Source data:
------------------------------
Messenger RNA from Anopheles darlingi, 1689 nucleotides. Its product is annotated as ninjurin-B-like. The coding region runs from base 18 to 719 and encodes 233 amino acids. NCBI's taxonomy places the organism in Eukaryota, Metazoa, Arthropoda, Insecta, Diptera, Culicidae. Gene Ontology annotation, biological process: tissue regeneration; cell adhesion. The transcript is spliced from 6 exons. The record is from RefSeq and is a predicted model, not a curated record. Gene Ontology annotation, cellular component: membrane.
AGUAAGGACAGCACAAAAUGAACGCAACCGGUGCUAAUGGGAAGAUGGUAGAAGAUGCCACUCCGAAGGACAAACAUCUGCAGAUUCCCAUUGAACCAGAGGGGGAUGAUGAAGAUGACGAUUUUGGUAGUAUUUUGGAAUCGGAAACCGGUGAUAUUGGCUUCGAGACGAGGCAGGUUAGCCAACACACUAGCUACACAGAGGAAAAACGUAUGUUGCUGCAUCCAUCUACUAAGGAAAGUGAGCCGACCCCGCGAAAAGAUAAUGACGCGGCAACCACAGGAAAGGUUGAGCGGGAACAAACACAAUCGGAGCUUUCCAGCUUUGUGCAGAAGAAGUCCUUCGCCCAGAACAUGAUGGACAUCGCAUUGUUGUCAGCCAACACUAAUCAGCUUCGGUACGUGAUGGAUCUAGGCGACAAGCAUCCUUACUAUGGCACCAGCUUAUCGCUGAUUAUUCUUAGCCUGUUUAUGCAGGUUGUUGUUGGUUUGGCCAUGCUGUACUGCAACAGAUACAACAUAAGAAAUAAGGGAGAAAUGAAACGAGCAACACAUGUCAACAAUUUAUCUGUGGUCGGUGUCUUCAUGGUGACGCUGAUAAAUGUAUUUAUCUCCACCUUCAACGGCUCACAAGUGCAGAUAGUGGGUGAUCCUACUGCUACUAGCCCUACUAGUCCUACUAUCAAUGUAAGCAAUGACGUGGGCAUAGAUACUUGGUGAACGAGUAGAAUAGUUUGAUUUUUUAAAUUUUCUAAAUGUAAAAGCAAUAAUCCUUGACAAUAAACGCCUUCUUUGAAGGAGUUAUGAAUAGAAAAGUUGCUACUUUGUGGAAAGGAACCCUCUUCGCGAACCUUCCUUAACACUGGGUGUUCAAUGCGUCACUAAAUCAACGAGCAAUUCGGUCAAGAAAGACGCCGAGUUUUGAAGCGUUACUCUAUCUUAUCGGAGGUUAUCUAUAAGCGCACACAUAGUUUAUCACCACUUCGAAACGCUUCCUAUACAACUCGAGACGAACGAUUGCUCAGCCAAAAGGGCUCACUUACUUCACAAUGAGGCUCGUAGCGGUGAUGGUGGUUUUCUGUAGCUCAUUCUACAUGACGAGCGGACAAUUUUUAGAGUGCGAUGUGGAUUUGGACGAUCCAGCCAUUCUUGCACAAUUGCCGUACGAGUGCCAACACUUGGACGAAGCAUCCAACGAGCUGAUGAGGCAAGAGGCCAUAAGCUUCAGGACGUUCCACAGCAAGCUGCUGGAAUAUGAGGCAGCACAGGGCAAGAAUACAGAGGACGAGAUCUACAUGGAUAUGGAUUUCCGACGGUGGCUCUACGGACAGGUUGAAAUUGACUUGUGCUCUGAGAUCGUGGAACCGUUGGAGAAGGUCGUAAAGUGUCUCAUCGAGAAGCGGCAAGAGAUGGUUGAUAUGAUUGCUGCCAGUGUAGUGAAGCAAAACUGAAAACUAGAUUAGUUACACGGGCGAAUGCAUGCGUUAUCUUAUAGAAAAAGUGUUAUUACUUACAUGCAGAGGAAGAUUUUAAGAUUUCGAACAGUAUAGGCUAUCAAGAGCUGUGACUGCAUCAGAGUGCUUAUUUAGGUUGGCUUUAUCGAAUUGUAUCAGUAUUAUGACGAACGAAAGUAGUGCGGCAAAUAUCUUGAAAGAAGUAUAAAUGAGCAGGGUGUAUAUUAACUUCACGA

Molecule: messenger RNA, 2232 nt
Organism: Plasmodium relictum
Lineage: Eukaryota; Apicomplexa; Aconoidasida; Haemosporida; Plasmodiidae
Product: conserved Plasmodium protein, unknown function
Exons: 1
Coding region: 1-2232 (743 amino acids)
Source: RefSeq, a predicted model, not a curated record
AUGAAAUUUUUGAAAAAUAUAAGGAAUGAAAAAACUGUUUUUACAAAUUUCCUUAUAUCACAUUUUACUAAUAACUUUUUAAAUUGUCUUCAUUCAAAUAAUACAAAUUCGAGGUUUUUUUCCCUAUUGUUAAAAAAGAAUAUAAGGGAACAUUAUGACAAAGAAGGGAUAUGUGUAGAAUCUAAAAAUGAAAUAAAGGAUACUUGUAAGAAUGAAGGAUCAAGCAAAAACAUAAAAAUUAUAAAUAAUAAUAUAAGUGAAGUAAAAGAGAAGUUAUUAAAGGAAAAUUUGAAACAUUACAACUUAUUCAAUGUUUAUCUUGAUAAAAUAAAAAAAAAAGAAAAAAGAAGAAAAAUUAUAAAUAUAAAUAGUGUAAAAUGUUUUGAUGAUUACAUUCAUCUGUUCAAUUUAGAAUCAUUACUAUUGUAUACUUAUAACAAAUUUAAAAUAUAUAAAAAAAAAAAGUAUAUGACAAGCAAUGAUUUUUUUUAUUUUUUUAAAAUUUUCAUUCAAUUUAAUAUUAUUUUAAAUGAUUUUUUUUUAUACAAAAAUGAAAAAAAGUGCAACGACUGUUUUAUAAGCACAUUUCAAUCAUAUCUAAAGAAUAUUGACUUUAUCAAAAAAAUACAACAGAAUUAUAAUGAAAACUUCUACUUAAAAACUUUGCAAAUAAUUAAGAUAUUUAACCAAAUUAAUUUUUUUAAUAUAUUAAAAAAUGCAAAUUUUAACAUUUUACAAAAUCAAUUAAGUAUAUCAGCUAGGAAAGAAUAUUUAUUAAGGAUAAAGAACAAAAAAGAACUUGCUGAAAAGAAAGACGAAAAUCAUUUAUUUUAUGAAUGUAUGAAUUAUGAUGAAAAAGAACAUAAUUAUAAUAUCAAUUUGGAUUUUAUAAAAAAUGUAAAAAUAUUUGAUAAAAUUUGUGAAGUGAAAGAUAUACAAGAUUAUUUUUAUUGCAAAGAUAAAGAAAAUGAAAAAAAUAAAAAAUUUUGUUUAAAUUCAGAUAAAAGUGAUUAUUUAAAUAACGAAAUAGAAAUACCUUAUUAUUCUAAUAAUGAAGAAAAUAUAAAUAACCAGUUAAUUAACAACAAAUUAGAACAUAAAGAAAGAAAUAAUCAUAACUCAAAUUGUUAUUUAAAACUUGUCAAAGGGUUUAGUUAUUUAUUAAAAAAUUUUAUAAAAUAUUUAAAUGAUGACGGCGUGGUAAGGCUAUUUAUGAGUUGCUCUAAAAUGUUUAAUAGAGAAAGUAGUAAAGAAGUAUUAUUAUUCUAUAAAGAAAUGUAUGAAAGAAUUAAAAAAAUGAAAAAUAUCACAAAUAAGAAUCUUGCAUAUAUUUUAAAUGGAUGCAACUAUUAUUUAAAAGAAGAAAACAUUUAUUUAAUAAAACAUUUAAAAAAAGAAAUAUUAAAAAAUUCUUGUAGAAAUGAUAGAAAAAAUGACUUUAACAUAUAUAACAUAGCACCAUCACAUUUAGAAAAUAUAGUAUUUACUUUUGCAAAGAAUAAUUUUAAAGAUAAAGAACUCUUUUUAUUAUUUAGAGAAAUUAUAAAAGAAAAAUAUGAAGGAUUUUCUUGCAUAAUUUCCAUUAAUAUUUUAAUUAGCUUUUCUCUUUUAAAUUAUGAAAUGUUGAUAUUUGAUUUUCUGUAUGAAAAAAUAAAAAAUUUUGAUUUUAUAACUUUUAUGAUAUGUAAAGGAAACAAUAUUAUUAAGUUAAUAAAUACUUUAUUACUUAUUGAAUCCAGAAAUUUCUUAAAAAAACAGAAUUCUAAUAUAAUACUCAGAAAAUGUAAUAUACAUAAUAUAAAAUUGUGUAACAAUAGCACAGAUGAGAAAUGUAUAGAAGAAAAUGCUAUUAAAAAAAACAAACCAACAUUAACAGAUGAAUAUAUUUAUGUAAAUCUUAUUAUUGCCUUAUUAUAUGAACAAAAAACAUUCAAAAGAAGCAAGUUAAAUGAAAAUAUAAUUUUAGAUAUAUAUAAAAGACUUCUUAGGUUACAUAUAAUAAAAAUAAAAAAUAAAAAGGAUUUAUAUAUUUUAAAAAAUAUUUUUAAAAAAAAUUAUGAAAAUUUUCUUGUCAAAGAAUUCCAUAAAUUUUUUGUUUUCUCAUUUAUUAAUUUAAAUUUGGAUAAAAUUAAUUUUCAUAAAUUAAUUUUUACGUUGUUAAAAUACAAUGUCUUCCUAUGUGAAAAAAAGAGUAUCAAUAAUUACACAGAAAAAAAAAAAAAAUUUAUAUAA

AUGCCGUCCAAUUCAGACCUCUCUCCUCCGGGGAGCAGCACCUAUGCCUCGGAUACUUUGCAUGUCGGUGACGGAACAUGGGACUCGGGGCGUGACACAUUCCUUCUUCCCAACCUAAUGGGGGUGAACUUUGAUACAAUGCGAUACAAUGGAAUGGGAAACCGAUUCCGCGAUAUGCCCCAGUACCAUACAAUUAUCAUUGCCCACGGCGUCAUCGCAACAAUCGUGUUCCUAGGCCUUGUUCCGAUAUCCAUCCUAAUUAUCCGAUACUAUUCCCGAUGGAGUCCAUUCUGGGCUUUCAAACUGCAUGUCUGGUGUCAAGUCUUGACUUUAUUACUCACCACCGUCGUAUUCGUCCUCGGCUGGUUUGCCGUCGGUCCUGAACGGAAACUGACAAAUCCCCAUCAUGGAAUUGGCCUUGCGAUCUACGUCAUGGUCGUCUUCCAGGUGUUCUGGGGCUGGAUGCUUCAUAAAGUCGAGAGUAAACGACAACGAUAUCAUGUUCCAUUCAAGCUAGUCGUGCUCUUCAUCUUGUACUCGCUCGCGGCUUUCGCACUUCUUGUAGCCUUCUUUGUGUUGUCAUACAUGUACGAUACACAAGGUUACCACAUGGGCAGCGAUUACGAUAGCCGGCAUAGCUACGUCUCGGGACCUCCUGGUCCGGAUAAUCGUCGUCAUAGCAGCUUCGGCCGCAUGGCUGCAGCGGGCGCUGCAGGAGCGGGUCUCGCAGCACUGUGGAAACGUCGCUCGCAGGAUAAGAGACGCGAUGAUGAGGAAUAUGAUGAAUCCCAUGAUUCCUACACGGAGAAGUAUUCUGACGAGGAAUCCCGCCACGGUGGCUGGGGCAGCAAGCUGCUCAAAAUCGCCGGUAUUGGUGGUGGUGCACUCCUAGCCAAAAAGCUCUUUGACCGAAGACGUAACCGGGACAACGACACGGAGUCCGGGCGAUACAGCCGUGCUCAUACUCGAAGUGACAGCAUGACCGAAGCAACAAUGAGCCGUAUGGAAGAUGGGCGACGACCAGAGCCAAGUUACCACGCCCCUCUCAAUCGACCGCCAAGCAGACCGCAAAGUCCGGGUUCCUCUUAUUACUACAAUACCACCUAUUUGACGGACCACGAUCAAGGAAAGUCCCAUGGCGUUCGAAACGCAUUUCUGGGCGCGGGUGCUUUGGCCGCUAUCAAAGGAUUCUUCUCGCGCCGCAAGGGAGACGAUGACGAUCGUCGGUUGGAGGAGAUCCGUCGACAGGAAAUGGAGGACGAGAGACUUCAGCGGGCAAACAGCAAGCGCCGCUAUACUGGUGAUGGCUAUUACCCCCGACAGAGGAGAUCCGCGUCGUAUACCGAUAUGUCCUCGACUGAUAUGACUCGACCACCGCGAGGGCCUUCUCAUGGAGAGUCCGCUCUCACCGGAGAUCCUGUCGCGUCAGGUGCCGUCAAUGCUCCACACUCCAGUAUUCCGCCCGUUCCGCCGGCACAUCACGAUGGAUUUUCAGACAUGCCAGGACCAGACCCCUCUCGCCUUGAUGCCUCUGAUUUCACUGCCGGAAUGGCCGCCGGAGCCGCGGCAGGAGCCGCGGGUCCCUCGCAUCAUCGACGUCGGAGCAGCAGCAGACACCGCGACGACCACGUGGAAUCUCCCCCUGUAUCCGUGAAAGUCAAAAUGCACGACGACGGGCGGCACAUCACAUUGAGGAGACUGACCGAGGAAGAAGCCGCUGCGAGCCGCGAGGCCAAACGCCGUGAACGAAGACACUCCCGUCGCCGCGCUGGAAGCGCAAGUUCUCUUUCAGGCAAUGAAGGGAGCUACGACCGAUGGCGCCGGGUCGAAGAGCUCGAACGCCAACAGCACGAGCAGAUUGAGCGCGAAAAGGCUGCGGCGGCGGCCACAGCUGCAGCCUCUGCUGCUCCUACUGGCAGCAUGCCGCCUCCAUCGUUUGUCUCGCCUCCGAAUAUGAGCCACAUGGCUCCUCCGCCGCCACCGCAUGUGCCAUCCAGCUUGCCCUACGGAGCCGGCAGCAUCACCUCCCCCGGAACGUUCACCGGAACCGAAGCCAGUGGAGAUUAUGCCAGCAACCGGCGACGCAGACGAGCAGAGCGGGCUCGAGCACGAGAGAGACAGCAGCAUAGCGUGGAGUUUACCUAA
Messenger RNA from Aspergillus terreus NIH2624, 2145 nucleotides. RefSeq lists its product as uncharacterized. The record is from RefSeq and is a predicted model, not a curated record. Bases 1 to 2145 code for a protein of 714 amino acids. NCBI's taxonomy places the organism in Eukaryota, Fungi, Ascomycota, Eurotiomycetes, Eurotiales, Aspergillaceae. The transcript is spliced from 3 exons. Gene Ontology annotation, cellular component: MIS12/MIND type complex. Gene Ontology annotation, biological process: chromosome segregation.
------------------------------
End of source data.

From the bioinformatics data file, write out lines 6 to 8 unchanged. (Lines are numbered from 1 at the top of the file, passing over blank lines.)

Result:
Product: conserved Plasmodium protein, unknown function
Exons: 1
Coding region: 1-2232 (743 amino acids)